Effective treatment of glioblastoma (GBM) remains a formidable challenge. Survival rates remain poor despite decades of clinical trials of conventional and novel, biologically targeted therapeutics. There is considerable evidence that most of these therapeutics do not reach their targets in the brain when administered via conventional routes (intravenous or oral). Hence, direct delivery of therapeutics to the brain and to brain tumors is an active area of investigation. One of these techniques, convection-enhanced delivery (CED), involves the implantation of catheters through which conventional and novel therapeutic formulations can be delivered using continuous, low-positive-pressure bulk flow. Investigation in preclinical and clinical settings has demonstrated that CED can produce effective delivery of therapeutics to substantial volumes of brain and brain tumor. However, limitations in catheter technology and imaging of delivery have prevented this technique from being reliable and reproducible, and the only completed phase III study in GBM did not show a survival benefit for patients treated with an investigational therapeutic delivered via CED. Further development of CED is ongoing, with novel catheter designs and imaging approaches that may allow CED to become a more effective therapeutic delivery technique.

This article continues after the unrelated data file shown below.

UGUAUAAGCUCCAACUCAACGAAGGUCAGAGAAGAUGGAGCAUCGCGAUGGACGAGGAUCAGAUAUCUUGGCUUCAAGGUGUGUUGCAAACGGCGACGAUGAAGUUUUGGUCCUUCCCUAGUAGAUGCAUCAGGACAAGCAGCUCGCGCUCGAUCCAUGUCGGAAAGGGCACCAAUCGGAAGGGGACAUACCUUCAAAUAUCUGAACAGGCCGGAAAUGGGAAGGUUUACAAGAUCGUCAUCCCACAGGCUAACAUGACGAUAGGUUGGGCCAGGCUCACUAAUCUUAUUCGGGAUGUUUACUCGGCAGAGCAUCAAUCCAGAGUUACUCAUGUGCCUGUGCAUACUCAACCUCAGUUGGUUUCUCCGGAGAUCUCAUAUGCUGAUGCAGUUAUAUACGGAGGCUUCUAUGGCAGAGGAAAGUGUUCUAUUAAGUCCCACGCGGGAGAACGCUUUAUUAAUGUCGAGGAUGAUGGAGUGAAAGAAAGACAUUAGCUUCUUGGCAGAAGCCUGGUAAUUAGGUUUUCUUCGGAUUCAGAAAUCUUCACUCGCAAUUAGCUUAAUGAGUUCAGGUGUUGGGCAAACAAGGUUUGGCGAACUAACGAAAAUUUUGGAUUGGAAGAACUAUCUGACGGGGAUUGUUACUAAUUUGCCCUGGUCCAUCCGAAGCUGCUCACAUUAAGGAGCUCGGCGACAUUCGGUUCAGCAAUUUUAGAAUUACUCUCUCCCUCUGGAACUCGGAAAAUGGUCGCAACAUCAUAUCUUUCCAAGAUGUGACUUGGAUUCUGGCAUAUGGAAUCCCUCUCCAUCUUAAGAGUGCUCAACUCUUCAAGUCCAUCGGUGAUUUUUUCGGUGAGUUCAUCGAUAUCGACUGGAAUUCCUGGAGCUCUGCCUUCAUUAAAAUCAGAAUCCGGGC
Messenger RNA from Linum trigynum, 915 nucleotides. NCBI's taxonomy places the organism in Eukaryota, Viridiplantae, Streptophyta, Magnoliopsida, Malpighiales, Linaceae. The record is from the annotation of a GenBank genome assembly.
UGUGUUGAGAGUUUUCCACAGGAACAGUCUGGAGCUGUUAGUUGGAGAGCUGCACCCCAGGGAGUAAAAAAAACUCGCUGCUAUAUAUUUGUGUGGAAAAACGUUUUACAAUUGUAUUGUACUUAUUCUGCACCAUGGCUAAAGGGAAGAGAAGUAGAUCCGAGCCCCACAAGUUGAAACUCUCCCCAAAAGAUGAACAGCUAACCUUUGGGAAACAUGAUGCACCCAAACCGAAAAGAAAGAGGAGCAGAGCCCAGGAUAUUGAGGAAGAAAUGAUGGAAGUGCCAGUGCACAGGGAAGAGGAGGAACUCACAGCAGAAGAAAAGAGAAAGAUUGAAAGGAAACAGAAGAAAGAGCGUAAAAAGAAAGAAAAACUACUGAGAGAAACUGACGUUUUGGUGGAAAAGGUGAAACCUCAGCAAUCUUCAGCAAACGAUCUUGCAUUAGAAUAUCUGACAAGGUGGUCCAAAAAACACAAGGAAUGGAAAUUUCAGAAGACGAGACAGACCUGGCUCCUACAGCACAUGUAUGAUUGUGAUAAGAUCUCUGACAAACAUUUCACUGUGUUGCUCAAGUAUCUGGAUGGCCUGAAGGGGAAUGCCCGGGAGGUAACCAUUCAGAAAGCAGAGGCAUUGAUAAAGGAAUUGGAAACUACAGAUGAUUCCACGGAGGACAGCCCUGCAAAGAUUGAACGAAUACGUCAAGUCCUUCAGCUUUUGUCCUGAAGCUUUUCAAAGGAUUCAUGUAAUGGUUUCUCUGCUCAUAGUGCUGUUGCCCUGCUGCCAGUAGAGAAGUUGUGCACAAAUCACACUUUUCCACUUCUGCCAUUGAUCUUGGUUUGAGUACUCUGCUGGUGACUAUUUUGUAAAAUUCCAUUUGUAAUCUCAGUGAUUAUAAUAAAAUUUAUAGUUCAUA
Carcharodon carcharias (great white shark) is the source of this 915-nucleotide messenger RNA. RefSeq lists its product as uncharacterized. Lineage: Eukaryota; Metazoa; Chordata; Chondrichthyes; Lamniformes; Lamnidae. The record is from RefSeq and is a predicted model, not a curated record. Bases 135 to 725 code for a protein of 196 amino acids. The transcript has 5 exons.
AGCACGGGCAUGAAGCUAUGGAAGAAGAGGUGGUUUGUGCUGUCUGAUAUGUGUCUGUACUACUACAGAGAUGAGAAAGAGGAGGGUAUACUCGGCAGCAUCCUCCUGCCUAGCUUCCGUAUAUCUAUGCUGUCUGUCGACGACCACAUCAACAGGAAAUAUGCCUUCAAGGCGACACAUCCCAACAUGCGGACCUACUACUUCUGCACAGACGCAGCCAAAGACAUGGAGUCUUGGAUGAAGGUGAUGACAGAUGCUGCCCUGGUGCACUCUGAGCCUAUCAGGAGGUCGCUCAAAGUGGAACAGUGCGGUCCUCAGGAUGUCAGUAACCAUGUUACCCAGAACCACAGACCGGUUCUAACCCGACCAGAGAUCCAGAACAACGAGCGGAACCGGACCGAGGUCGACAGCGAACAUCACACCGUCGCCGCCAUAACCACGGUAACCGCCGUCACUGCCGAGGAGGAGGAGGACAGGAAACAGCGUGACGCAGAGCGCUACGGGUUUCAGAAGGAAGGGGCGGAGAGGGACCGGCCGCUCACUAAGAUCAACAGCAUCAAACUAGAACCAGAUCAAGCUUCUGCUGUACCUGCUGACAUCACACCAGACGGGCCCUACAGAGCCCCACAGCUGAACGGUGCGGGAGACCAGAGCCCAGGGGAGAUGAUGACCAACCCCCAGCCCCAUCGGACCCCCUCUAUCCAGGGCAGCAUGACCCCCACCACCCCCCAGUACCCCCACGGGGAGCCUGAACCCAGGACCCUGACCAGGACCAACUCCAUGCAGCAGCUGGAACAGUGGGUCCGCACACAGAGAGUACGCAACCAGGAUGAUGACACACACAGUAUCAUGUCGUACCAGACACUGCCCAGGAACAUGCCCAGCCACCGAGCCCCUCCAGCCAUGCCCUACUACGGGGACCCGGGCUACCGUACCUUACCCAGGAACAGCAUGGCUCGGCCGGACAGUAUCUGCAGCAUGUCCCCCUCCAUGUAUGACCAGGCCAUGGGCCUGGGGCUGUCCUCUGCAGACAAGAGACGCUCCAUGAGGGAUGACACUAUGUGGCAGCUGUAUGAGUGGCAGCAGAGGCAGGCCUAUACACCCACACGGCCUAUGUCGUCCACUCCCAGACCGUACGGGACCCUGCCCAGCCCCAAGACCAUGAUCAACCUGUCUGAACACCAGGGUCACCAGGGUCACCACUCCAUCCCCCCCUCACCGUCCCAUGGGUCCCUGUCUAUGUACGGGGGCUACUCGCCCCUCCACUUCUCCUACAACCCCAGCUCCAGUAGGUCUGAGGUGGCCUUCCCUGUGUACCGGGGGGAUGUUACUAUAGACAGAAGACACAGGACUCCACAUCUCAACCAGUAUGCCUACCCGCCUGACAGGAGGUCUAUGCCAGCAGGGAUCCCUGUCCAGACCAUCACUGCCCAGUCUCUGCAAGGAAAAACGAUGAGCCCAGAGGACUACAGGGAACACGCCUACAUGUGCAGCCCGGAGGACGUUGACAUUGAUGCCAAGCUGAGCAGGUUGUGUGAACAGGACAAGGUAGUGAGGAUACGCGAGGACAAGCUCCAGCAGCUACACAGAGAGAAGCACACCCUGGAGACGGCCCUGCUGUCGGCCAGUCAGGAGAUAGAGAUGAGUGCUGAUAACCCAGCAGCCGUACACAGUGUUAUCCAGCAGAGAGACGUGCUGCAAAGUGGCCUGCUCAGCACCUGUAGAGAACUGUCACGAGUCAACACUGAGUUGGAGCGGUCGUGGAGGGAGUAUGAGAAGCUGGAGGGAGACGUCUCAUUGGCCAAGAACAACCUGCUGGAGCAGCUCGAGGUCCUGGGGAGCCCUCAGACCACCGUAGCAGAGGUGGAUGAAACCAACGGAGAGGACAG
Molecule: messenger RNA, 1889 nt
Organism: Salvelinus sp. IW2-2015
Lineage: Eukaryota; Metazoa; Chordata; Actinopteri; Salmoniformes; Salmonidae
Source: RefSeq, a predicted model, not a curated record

Keywords: CED infusates; blood-brain barrier; convection-enhanced delivery (CED); delivery vehicles; glioblastoma.
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